- We're going in as the environmental subconsultant for one of the largest dam removal projects in the country, located in Olympic National Park. If we get the work, which doesn't seem likely, I'll have a key role in the project, which will stretch out for three years. I've been working out some of the costs and scope of services.
- Inked a master services agreement with a major real estate player in Seattle.
- Prepared and submitted a proposal for a mold assessment update of a portfolio of properties located in California, Texas, and Florida. We'll probably get this project and I'll do the three northern California properties, the same ones I did about four years ago. This is a great road trip, fly into SJC, one property in the Bay Area, the next one in a Central Valley town, and the last one on the central coast. It's a lot of driving but through some great country, with a side trip through Parkfield, California, a famous earthquake research area being on the boundary of the Pacific and North American crustal plates.
- Steered a client away from doing $30,000 worth of subsurface investigation because it wouldn't yield much useful information. Just too many physical constraints at the property, the building footprint covers just about the whole parcel. The concerns are relatively low risk. It pays in the long run to be a good, ethical consultant, providing the best advice a client can buy.
- Under very short notice, scrambled to staff a project in the Bay Area from our office there, implementing a soil and groundwater management plan for some excavation work done by a tenant moving into one of our client's properties.
- Got out and measured groundwater levels at one of my projects where there's some pretty significant chlorinated solvent contamination. Groundwater appears to be moving in the opposite direction of what we expect, which is good for my client. It rained the whole time, naturally, but I had rain gear.
Monday, May 31, 2010
It's been an interesting couple weeks with not much chargeability but lots of proposal, business development, and a little project management. Here's a bullet point roundup:
Sunday, May 16, 2010
Saturday, May 15, 2010
For the last three months or so, I've been helping out one of our Port districts with the cleanup of a biodiesel plant that caught fire and pretty much destroyed everything in the building. The Port owns property and leases land and buildings to industries, providing jobs and economic growth to their region. Washington State has 75 Port districts located throughout the state.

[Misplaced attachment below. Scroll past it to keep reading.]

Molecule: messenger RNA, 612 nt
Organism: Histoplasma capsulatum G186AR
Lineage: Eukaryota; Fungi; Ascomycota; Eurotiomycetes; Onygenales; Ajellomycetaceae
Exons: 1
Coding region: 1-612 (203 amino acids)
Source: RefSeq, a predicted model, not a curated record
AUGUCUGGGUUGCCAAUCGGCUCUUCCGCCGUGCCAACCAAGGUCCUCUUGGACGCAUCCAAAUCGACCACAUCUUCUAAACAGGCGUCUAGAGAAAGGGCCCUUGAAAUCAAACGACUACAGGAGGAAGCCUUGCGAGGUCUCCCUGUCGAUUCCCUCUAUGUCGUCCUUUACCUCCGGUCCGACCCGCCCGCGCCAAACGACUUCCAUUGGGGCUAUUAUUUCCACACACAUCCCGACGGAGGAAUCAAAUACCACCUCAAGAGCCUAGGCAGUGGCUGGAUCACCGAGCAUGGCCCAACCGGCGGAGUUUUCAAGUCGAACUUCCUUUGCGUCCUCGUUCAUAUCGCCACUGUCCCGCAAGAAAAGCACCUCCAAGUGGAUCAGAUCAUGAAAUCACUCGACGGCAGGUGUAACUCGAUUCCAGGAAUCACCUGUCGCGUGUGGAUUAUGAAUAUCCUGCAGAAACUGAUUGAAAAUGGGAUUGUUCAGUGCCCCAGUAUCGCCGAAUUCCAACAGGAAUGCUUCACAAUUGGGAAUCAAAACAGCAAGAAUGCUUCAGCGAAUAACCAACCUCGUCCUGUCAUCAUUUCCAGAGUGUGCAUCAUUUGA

In this scenario, the Port had leased a former grain terminal to a biodiesel producer. One summer night, kids set a porta-potty on fire next to the building which spread to the roof that was covered by foam insulation. Everything inside the building was burned, baked, or smoked. When I first inspected the building, there was vegetable oil spilled all over the building's floor and still vegetable oil, biodiesel, and glycerol (a byproduct) held in a number of tanks, totes, and drums. Some of the remaining hazards were a stainless steel tank that held hazardous methoxide (a mixture of methanol and potassium hydroxide) used as a catalyst in biodiesel production. There was also a few sacks of potassium hydroxide laying around. Most of the vegetable oil, biodiesel, and glycerol was contained within the building with very little, if any, having leaked to the outside. These materials do not pose a significant environmental or human health hazard.
It was the Port's desire to get the building cleaned up, rebuilt, and leased out once again. Although my company can act as a general contractor, it was the Port's desire to have a third party do the cleanup oversight as owner's representative. The Port hired me to prepare an RFQ for the cleanup and demolition, conduct a job walk with contractors, solicit bids for the cleanup, evaluate the bids and provide a selection recommendation to the Port. I was happy that the Port decided to go with a local contractor who subbed with a reputable environmental contractor with a national footprint.
Once the cleanup was underway, I conducted an interim review of work progress. At the conclusion of the cleanup project, I conducted a final visual review and prepared a closeout report. The job went extremely well and I have some new regional contacts to pursue to potentially develop some new business.
At the start:
Sunday, May 09, 2010
Commercial real estate is warming up. I'm working on a Phase I Environmental Assessment of two large commercial properties. I haven't seen anything like this in at least a year and a half. Maybe prices have hit bottom and the rush is on. It's still a trickle. We'll see.